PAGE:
The Economist chart below shows the exponential growth of confirmed cases of several European countries compared to that of South Korea, which implemented stringent containment guidelines and aggressive testing.

Option 1: If a survival-of-the-fittest approach is adopted, and immunity builds within the communities that are strong enough to combat the virus, we will see millions of people perish as a result. If we value human life equally among different age groups and health conditions, then this is an extremely inhumane thought. Not to mention, the demand for intensive-care units (ICUs) will far exceed the supply, leading to the overexertion of doctors and nurses and the potential collapse of the healthcare industry once Medicare starts paying out more in hospital bills than the premiums it collects.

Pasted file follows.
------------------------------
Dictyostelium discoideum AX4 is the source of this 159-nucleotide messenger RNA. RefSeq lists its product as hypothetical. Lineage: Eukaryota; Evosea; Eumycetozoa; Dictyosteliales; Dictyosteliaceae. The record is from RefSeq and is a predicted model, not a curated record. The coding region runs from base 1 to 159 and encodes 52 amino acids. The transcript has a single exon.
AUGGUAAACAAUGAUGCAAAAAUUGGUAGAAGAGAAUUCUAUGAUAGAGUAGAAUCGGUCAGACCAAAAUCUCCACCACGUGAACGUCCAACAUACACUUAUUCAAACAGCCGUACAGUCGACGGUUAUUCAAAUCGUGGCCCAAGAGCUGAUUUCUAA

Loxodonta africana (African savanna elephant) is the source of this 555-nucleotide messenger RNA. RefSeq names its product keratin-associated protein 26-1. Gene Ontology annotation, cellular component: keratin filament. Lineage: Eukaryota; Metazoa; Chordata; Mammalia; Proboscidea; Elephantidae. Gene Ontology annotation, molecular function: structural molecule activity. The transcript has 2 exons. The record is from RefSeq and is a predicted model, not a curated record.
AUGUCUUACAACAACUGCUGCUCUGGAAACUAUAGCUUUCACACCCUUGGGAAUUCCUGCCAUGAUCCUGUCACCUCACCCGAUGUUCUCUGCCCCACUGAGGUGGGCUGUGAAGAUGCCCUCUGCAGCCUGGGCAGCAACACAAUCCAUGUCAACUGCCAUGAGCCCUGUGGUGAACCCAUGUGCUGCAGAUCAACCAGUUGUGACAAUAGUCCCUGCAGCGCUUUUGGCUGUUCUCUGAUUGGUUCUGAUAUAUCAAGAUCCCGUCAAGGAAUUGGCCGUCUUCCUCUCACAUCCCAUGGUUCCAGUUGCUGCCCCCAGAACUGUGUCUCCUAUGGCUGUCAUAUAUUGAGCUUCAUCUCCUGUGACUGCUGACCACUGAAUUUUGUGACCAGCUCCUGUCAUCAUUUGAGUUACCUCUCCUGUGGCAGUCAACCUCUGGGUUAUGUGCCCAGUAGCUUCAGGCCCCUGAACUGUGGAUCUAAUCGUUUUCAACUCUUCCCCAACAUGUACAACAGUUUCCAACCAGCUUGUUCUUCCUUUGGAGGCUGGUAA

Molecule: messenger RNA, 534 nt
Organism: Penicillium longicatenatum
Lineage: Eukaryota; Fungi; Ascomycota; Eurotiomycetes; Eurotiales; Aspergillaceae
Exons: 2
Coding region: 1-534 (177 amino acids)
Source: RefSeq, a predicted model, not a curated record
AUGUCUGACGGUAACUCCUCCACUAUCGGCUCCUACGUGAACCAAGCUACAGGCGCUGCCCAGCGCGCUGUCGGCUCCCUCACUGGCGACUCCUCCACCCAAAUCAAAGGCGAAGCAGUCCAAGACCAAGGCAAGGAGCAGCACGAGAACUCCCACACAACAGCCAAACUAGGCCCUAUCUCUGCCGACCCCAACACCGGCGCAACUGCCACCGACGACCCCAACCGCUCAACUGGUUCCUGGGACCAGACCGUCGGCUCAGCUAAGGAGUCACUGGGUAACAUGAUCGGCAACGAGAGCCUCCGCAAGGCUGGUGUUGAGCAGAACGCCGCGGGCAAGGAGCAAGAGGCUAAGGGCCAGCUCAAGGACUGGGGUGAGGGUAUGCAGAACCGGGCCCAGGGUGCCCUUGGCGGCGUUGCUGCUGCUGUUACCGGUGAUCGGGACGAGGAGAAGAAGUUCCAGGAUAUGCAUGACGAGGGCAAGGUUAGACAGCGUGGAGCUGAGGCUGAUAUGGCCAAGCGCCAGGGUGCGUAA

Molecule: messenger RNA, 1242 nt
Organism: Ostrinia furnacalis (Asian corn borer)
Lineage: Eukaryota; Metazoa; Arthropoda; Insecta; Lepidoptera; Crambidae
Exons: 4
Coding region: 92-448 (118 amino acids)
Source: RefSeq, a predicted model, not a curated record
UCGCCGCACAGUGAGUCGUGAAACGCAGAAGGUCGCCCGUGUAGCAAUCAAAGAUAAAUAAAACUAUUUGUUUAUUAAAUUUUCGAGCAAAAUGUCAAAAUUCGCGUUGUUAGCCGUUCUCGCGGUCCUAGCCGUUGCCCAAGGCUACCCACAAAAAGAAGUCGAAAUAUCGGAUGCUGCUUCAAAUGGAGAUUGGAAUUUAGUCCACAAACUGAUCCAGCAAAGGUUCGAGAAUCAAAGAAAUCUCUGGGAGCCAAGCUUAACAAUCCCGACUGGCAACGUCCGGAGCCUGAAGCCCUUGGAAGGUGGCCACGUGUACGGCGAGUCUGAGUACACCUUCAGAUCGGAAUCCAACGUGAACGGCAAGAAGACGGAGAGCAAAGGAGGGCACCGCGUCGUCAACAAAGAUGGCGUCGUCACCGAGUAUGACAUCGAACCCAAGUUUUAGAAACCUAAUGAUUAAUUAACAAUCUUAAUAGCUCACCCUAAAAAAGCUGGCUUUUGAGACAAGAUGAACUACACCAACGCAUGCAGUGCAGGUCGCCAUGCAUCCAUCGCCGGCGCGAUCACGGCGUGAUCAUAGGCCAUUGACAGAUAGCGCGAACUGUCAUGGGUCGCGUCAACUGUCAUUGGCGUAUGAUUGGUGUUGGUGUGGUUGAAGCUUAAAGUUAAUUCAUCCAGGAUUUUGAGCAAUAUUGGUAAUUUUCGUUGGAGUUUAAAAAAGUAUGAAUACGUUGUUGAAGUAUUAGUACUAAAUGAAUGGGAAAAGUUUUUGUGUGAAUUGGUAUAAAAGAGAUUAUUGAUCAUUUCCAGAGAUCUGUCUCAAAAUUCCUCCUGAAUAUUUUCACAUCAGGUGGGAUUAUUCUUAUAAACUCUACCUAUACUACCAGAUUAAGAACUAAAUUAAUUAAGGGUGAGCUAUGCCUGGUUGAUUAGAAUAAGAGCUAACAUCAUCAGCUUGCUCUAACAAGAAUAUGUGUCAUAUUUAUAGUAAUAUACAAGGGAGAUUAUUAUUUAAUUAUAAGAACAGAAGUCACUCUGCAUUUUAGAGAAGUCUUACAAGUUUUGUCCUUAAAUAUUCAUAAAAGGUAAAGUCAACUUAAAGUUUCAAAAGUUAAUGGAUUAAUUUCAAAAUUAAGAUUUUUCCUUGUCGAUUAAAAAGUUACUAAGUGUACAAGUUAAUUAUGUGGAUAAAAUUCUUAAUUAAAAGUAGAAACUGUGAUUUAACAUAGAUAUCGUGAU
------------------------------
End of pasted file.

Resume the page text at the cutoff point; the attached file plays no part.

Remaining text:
Option 2: What if we loosen regulations and only enforce isolation for those who are older than 65, and advise social distancing to the younger population until a vaccine is developed? First, isolating the elderly population from society and their families is harmful for their mental and health, as some studies have shown. The growing feeling of loneliness spawning from targeted isolation measures can result in health problems such as cognitive decline, depression, and heart disease within that population. Additionally, many elderly people do not have caregivers, and hence need to purchase their own groceries, cook their own meals, and take their own medication, which requires them to leave their apartment for grocery and pharmacy runs. Secondly, given the high infection levels of COVID-19, we cannot guarantee that the more vulnerable population will not be infected. The virus can survive on surfaces for up to several days, and it is not unlikely that people from this population will be infected from purchasing a piece of fruit from a nearby shop. Therefore, we cannot simply isolate one population and hope that the virus will simply contain itself until a vaccine is discovered, which could take at least a year.